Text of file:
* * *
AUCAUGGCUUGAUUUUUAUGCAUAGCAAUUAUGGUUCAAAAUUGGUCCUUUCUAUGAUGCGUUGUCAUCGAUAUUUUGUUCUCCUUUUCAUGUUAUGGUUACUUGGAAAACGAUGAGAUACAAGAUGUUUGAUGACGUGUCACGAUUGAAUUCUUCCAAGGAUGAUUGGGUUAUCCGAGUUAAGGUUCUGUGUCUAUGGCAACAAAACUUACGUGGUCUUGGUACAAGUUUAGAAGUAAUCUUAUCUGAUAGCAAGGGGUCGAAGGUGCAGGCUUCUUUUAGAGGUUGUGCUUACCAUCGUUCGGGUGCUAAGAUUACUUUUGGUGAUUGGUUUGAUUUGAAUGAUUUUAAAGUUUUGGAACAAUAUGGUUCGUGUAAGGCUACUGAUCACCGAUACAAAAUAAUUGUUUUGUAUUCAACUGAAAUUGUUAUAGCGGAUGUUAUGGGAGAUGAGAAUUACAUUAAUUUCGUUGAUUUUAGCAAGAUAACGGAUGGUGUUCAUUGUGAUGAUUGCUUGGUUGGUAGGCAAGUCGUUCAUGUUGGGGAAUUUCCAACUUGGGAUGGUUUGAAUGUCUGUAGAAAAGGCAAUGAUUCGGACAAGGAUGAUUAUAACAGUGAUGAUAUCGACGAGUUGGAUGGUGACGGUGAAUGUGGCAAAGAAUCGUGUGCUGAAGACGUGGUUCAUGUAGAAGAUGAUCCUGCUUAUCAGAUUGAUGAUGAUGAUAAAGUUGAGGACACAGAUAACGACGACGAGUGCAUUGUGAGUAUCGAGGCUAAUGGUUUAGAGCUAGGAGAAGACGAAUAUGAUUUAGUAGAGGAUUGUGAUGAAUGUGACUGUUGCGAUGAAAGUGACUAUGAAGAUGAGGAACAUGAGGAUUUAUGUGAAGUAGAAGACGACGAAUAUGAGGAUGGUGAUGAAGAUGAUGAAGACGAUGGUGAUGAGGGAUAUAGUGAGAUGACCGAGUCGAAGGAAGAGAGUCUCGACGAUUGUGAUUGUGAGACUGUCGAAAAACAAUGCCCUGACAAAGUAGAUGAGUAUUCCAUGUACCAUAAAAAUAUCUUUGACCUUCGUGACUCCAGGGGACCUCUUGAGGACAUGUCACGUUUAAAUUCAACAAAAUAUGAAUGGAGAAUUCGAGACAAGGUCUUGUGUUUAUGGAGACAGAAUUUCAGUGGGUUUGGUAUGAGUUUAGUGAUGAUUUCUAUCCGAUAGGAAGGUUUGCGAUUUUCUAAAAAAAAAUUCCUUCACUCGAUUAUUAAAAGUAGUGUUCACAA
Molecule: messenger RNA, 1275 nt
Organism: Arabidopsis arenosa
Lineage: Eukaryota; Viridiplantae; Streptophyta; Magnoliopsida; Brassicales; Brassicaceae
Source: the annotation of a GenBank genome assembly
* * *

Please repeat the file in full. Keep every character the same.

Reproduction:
AUCAUGGCUUGAUUUUUAUGCAUAGCAAUUAUGGUUCAAAAUUGGUCCUUUCUAUGAUGCGUUGUCAUCGAUAUUUUGUUCUCCUUUUCAUGUUAUGGUUACUUGGAAAACGAUGAGAUACAAGAUGUUUGAUGACGUGUCACGAUUGAAUUCUUCCAAGGAUGAUUGGGUUAUCCGAGUUAAGGUUCUGUGUCUAUGGCAACAAAACUUACGUGGUCUUGGUACAAGUUUAGAAGUAAUCUUAUCUGAUAGCAAGGGGUCGAAGGUGCAGGCUUCUUUUAGAGGUUGUGCUUACCAUCGUUCGGGUGCUAAGAUUACUUUUGGUGAUUGGUUUGAUUUGAAUGAUUUUAAAGUUUUGGAACAAUAUGGUUCGUGUAAGGCUACUGAUCACCGAUACAAAAUAAUUGUUUUGUAUUCAACUGAAAUUGUUAUAGCGGAUGUUAUGGGAGAUGAGAAUUACAUUAAUUUCGUUGAUUUUAGCAAGAUAACGGAUGGUGUUCAUUGUGAUGAUUGCUUGGUUGGUAGGCAAGUCGUUCAUGUUGGGGAAUUUCCAACUUGGGAUGGUUUGAAUGUCUGUAGAAAAGGCAAUGAUUCGGACAAGGAUGAUUAUAACAGUGAUGAUAUCGACGAGUUGGAUGGUGACGGUGAAUGUGGCAAAGAAUCGUGUGCUGAAGACGUGGUUCAUGUAGAAGAUGAUCCUGCUUAUCAGAUUGAUGAUGAUGAUAAAGUUGAGGACACAGAUAACGACGACGAGUGCAUUGUGAGUAUCGAGGCUAAUGGUUUAGAGCUAGGAGAAGACGAAUAUGAUUUAGUAGAGGAUUGUGAUGAAUGUGACUGUUGCGAUGAAAGUGACUAUGAAGAUGAGGAACAUGAGGAUUUAUGUGAAGUAGAAGACGACGAAUAUGAGGAUGGUGAUGAAGAUGAUGAAGACGAUGGUGAUGAGGGAUAUAGUGAGAUGACCGAGUCGAAGGAAGAGAGUCUCGACGAUUGUGAUUGUGAGACUGUCGAAAAACAAUGCCCUGACAAAGUAGAUGAGUAUUCCAUGUACCAUAAAAAUAUCUUUGACCUUCGUGACUCCAGGGGACCUCUUGAGGACAUGUCACGUUUAAAUUCAACAAAAUAUGAAUGGAGAAUUCGAGACAAGGUCUUGUGUUUAUGGAGACAGAAUUUCAGUGGGUUUGGUAUGAGUUUAGUGAUGAUUUCUAUCCGAUAGGAAGGUUUGCGAUUUUCUAAAAAAAAAUUCCUUCACUCGAUUAUUAAAAGUAGUGUUCACAA
Molecule: messenger RNA, 1275 nt
Organism: Arabidopsis arenosa
Lineage: Eukaryota; Viridiplantae; Streptophyta; Magnoliopsida; Brassicales; Brassicaceae
Source: the annotation of a GenBank genome assembly